..................28 Table 3: Mean Monthly Flow (m3/s) for Lumbira River from (1976-1985)…………..........….........…....….......47 Table 4: Stream Velocities at Different Locations on May 2010………………………...57 Table 8: Calculation of Karl Pearson’s coefficient of correlation (r)....……64 Table 11: Vertical velocities of particles.....................2 Table 2: Variation of capacity factor with design flow……………………………...............58 Table 9: Calculation for the flows (m3/s) of ungauged catchment....25……………………………..........48 Table 5: Mean annual flow (m3/s) for Lumbira River for the period 1976 to 1985….…52 Table 6: Shows Calculation of Daily Mean discharge and Plotting position………….....xi LIST OF TABLES Table 1: Existing electric power plant generation in Tanzania – interconnected………...........53 Table 7: Average Flows (m3/s) and Rainfall (mm) Data from 1976 – 1980…………..74 ...59 Table 10: Peak load (kW) for 25 years for γ = 0......................…...

….......11 Figure 7: Hydrologic Cycle of water……………...……21 Figure 10: Francis Turbine………………………………………. Labial……………..…...…60 ..…………..……………………………………17 Figure 8: Hydropower Plant System……………………………. 12: Hydraulic turbine and electrical generator …………………………………26 Figure 13: Measuring the cross-sectional area of a Kilondo river…………………..…...54 Figure 18: Kilondo Catchment Area delineated using GIS…………………………….56 Figure 19: Flow Duration Curve for ungauged Kilondo catcment…………………..……………………......7 Figure 4: A graph of annual hydrograph for Kilondo River ………...9 Figure 6: Economic activities of Kilondo people………………………………..………………….9 Figure 5: Nyasa Basin Hydrometeorogical gauging stations……………………………………..1 Figure 2: Tanzania map showing small hydropower sites concentrations………..54 Figure17 : Lumbila Catchment delineated using Arcview GIS……………………….……..…24 Figure 11: Turbine Selection Chart…………………………....….……31 Figure 15: Measuring stream velocity and cross sectional area of Kilondo River…….…….…………………………25 Figure.....30 Figure 14: Graph of a Rating Curve………………………………………...………5 Figure 3: Map of Ludwig District showing Location of Kilondo Village……………...xii LIST OF FIGURE Figure 1: Status of Energy Consumption in Tanzania…………………………………..18 Figure 9: Layout of a typical small hydro scheme……………………………..49 Figure 16: Flows – Duration Curve for Gauged Catchment..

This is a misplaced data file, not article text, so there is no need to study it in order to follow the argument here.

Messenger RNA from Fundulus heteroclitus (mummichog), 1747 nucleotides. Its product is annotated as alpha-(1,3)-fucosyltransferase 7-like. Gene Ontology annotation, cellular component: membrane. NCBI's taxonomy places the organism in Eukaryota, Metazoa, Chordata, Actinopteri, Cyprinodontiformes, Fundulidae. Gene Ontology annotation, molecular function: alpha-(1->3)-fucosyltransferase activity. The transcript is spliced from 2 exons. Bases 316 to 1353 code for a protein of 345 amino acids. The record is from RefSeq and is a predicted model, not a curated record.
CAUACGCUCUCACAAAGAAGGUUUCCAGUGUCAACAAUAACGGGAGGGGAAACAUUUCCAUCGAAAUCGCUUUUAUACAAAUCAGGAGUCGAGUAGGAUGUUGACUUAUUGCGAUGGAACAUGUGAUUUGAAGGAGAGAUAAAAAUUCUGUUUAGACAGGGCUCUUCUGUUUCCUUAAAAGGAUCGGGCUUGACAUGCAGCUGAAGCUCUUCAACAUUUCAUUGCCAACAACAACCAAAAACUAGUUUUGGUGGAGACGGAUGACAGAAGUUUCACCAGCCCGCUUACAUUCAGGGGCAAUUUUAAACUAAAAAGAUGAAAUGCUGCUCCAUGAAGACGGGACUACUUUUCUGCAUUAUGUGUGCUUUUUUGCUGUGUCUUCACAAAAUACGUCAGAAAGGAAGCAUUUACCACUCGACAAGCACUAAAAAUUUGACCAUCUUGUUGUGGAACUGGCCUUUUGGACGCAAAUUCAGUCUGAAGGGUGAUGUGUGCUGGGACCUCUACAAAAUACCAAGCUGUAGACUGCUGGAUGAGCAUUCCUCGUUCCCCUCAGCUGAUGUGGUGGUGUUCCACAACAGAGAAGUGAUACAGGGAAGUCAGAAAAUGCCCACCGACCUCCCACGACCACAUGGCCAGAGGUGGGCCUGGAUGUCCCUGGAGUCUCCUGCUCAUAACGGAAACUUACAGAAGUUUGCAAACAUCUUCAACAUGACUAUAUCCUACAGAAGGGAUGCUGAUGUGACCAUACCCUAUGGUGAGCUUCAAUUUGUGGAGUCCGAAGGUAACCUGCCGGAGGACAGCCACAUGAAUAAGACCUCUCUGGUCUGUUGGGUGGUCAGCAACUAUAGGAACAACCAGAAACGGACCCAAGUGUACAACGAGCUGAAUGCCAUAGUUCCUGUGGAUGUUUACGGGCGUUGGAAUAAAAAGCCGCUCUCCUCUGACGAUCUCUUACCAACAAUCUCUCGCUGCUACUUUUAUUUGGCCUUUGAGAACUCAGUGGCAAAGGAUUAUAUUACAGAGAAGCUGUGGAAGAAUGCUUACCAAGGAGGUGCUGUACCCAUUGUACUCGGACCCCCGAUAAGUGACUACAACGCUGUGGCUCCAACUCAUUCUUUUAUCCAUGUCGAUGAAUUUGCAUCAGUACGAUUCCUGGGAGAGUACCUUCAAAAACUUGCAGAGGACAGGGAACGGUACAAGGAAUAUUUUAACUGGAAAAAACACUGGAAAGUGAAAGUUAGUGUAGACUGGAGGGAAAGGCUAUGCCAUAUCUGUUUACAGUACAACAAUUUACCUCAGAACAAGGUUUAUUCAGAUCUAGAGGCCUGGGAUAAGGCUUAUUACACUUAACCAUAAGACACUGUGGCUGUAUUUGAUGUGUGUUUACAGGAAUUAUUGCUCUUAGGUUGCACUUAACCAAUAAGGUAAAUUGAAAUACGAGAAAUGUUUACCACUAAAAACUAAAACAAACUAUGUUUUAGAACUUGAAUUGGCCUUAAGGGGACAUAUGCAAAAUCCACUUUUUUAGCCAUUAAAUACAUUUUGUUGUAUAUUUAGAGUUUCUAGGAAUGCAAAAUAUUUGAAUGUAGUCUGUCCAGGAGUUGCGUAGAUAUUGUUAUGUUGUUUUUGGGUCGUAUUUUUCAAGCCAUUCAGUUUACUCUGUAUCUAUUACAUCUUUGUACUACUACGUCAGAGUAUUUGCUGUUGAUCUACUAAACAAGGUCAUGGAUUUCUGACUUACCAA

.83 ..23”.……………………………………………..67 Figure 24: Intake and Weir……………………………………..93”)………………….82 Figure 28: Graph of Francis turbine efficience ………………………………………...72 Figure 26: Financial viability of Kilondo Hydropower plant………………………. E 34° 18..……..……………………………………..……………………...…81 Figure 27: Flow duration and power curves of kilondo river…………………………..…69 Figure 25: Section of Headrace………………….62 Figure : 22 Load Duration Curve For Kilondo River………………………………….61 Figure 21: Kilondo River water falls(S 9° 44...63 Figure 23: Cross section of Francis runner………………………………………...xiii Figure 20 :The profile of Kilondo River…..

xiv ABBREVIATIONS Abbreviations AHEC BILA DEM DNO EIA EIS e-RGNEPAL ESHA FDC GFKF GHG GP I IAIA ICT IEA IHA kWh LDC Description Alternate Hydro Energy Centre British Hydropower Association Digital Elevation Model Distribution Network Environmental Impact Assessment Environmental Impact Assessment Statement Environmental Resources Group European Small Hydropower Association Flow Duration Curve Gross fixed capital formation Green House Gas Government policy Investment International Association for Impact Assessment Information and Communication Technology International Energy Agency International Hydropower Association Kilowatt-hour Load Duration Curve .